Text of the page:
When we target structures in order to teach them, we break down language into pieces as opposed to teaching language as an organic, unified and naturally emerging whole. The pieces become more important than the whole, and the result is a deterioration in interest. When the story necessarily become secondary to those targeted structures, it then comes as no surprise that the story is often not that interesting.
A slave to targets for fifteen years, I am finally convinced that the natural emergence of unfettered language is the only way to really get a story truly off the ground. This has been happening since I started experimenting with untargeted stories in January. The stories did not fail and the classes knew it and commented on it often. It was like a light bulb had been turned on in the room after a first semester of yet another year of ho-hum stories with the occasional home run story to keep us coming back for more every class.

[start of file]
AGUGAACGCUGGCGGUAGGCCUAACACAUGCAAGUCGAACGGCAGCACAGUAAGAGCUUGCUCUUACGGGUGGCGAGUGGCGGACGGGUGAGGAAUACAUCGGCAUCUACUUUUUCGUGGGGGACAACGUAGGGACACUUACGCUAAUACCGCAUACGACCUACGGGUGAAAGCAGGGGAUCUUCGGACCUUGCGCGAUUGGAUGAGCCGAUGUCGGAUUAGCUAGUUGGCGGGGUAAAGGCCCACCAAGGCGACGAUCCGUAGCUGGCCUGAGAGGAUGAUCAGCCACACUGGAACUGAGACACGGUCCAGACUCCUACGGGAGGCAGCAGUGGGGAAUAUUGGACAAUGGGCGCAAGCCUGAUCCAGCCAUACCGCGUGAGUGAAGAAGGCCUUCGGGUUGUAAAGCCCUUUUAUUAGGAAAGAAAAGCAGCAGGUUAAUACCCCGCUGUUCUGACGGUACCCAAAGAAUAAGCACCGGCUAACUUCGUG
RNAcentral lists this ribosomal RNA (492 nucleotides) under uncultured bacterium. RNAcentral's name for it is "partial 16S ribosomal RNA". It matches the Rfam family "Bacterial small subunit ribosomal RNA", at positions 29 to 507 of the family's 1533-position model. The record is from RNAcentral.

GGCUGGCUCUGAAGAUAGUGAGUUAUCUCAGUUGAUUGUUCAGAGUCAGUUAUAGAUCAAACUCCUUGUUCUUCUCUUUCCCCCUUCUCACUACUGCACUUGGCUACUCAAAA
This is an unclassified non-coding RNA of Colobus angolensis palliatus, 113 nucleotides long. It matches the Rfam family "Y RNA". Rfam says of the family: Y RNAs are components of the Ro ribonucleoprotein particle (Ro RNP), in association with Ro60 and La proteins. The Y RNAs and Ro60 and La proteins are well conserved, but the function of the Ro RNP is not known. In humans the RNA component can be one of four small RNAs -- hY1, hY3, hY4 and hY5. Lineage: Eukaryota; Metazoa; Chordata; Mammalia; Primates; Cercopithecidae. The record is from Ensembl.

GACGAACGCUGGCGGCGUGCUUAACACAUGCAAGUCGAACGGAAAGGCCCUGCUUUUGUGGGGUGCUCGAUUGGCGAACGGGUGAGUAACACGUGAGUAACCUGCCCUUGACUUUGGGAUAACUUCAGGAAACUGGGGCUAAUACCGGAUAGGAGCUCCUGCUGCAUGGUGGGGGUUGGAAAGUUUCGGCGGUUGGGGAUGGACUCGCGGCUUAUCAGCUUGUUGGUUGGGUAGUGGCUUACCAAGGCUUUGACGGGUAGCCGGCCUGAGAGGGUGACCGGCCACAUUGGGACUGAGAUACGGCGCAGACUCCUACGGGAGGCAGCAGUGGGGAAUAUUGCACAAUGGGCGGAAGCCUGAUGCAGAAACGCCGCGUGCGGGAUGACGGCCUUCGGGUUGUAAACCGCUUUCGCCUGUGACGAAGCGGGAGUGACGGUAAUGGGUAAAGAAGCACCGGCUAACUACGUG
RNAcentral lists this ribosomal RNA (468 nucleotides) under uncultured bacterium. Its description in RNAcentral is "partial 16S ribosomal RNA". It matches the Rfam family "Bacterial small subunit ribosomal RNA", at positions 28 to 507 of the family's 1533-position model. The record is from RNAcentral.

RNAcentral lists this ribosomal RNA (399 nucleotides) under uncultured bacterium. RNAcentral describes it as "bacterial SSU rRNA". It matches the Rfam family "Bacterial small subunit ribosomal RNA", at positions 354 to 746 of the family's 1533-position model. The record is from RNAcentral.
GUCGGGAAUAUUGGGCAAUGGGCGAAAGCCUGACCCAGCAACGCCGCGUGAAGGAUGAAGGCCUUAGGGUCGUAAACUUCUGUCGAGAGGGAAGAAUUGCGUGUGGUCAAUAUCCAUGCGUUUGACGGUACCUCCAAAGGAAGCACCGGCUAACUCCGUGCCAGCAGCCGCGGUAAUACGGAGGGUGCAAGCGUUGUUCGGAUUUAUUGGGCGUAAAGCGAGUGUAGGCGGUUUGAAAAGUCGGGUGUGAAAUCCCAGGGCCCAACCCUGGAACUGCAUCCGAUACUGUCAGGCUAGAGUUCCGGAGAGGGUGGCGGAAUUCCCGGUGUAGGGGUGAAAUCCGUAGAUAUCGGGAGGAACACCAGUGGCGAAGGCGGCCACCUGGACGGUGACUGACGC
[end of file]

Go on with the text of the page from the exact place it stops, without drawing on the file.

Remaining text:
Even in those rare cases when an untargeted story is weak, it is not due to any lack of creativity in the kids. They are creative geniuses. Rather, it is usually due to my own insistance on stubbornly trying to continue to develop a lame character in spite of the obvious protestations of the kids. [Note to Ben: When kids say, in all the different ways they have of saying it, that a story sucks, it is because the story sucks and you need to grab a new character and start again.]
The only exception to this is the Tripp/Matava scripts. They target structures and yet bring magic. Why? It is because scripts written by a genius script writer with genius intentional hooks grab the attention of teens in a way that even the kid in the back row who hates school cannot help but get involved in, as long as the process of working from a story script is done properly.
There is a lot more creativity and leeway in scripted stories than one may think, but this is a topic for a much larger discussion. Suffice to say here that many scripts fail because they are followed too mechanically. On that topic, Anne Matava has said, “Teachers are encouraged to change aspects of each story, including point of view, one of the key phrases, or anything else about a script to make it better suit their purpose.”